‘I fired 38 rockets in two shots and got what looked like four hits. I put about 100 rounds into him – I could see the tracers going into the fuselage. Hitting his engine killed his power. His right-wing dropped when he got hit, and he went into a cloud bank. I pulled out of the clouds to the right and saw him come out about three to five seconds later. His right wing was low and his nose was pitched over, with flickers of red flame, followed by white smoke, then black smoke, and then orange flames.’

The MiG turned into what Lee knew was a blind valley. “He was so low, he could not have gotten out of that valley without impacting the hillside. The clouds were dense and I didn’t follow him in there.”

Back at the base at Phu Bai, Lee recalled:

‘I didn’t get scared from the fight till I climbed out and saw the bullet holes in the tail and the aft fuselage, but the unit leaders were also worried that maybe it had been an Aussie Sabre, plus nobody could explain how a MiG could be down over South Vietnam when they never came that far south before. The doubt continued for days.’

The two pilots, neither of whom was trained for air combat, were accused of trying to cover themselves from the repercussions of being involved in a second friendly fire incident.

“Three weeks earlier, my wingman was accused of hitting my airplane when we made a strafing run-up in Ashau,” Lee explained.

US Army OV-1 pilot explains how he was able to shoot down a North Vietnamese MiG-17 by means of his Mohawk’s rockets and gun

The only Army aviator to have shot down an enemy airplane in combat since the USAF was founded

The doubts ended when incontrovertible evidence of an air battle was produced:

‘My crew chief measured those 39 holes in my rear section and found they’d all struck at about a 45-degree angle, which would mean my wingman would have had to have been diving on me to do that. And then there was the fact that the holes were bigger than a .50 cal. They were about 20 millimeters. After my chief reported that, they started taking the story seriously.’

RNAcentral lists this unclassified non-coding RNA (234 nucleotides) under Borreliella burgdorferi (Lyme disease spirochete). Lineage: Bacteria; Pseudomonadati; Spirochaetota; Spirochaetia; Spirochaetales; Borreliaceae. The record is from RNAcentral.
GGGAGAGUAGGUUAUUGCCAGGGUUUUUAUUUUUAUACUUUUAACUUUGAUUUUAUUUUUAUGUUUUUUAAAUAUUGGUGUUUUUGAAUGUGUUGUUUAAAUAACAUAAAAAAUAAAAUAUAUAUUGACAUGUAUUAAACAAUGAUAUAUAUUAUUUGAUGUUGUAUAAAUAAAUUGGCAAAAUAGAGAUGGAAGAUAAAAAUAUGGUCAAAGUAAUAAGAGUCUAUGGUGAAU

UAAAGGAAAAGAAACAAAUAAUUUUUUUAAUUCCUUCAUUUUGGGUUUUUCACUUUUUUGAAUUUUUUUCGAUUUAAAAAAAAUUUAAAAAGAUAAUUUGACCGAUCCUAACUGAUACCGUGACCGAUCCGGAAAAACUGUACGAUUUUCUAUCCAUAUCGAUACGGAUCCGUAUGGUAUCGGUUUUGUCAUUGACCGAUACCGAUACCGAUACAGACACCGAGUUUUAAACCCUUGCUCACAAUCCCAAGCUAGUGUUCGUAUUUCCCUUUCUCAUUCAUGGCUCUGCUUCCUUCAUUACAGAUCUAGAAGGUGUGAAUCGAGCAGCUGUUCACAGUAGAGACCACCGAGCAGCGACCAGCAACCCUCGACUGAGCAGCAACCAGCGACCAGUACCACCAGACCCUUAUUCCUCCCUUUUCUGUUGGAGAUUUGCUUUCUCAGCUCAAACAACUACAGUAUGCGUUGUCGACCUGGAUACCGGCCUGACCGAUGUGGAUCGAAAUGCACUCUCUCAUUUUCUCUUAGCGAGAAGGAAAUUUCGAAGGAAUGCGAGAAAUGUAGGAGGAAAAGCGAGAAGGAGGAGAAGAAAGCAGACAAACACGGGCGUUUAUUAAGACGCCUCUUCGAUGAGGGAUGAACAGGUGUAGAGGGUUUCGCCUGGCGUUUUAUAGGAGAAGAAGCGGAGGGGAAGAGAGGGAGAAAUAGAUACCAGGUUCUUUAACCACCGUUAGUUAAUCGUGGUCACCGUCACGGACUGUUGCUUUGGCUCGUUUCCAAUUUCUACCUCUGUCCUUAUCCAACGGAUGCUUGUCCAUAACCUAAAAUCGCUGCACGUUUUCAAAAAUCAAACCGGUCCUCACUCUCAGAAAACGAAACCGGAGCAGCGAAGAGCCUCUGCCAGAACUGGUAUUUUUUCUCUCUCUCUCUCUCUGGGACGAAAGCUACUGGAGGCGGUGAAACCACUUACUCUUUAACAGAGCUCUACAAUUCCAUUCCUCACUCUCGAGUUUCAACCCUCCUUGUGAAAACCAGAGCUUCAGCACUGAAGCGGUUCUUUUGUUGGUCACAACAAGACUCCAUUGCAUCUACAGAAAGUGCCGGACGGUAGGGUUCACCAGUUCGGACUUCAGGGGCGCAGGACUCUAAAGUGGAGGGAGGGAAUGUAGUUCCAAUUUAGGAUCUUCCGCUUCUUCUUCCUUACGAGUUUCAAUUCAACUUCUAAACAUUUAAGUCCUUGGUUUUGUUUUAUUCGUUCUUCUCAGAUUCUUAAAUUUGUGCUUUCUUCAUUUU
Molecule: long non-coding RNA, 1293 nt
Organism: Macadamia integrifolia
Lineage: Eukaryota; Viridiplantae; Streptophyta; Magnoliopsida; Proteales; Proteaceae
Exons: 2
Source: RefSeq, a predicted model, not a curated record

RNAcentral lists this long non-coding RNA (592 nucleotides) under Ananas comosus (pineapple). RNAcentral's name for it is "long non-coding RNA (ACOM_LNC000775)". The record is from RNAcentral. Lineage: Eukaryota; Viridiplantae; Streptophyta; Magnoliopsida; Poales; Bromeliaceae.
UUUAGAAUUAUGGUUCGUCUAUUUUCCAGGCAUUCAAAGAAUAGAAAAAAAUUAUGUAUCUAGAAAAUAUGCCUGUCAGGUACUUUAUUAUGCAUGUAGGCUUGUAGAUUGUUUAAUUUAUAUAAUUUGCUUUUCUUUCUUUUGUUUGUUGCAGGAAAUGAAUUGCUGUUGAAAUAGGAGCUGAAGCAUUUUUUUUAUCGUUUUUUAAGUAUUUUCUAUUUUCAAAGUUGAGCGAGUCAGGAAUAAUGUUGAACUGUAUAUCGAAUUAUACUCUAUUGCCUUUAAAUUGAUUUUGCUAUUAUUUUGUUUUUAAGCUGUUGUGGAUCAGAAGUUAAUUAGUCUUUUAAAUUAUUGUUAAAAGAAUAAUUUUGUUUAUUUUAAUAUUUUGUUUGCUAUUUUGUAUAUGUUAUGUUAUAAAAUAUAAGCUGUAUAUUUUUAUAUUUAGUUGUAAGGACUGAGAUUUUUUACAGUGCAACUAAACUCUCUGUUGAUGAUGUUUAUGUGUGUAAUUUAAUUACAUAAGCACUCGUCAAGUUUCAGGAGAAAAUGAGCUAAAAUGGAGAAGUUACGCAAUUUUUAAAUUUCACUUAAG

For the Army, Lee’s “victory” could turn into a major defeat if it became widely known that an Army airplane had shot down a MiG, which the Air Force considered its prerogative.

As Lee explained, “The Army was terrified the Air Force would force them to either disarm the Mohawks or even turn them over to the Air Force.” The event was officially forgotten until 2004, when Lee’s story was published in an aviation history magazine and the Army confirmed it had happened. “I always knew I’d got him, because a month later I flew into Ubon, and the guys at the Wolfpack found out who I was and told me ‘We know it happened, don’t ask how.’ They even let me take a victory flight around the bar in the officer’s club.”

Ken Lee is the only Army aviator to have shot down an enemy airplane in combat since the US Air Force was founded as a separate service. The flight suit he wore on that day is currently on exhibit at the Fort Rucker Army Aviation Museum.

Going Downtown The US Air Force over Vietnam, Laos, and Cambodia, 1961–75 is published by Osprey Publishing and is available to order here.

US Army OV-1 pilot explains how he was able to shoot down a North Vietnamese MiG-17 by means of his Mohawk’s rockets and gun

Photo by U.S. Army, U.S. Air Force, J. S. (Steve) Bond and Atsushi Tsubota via Wikipedia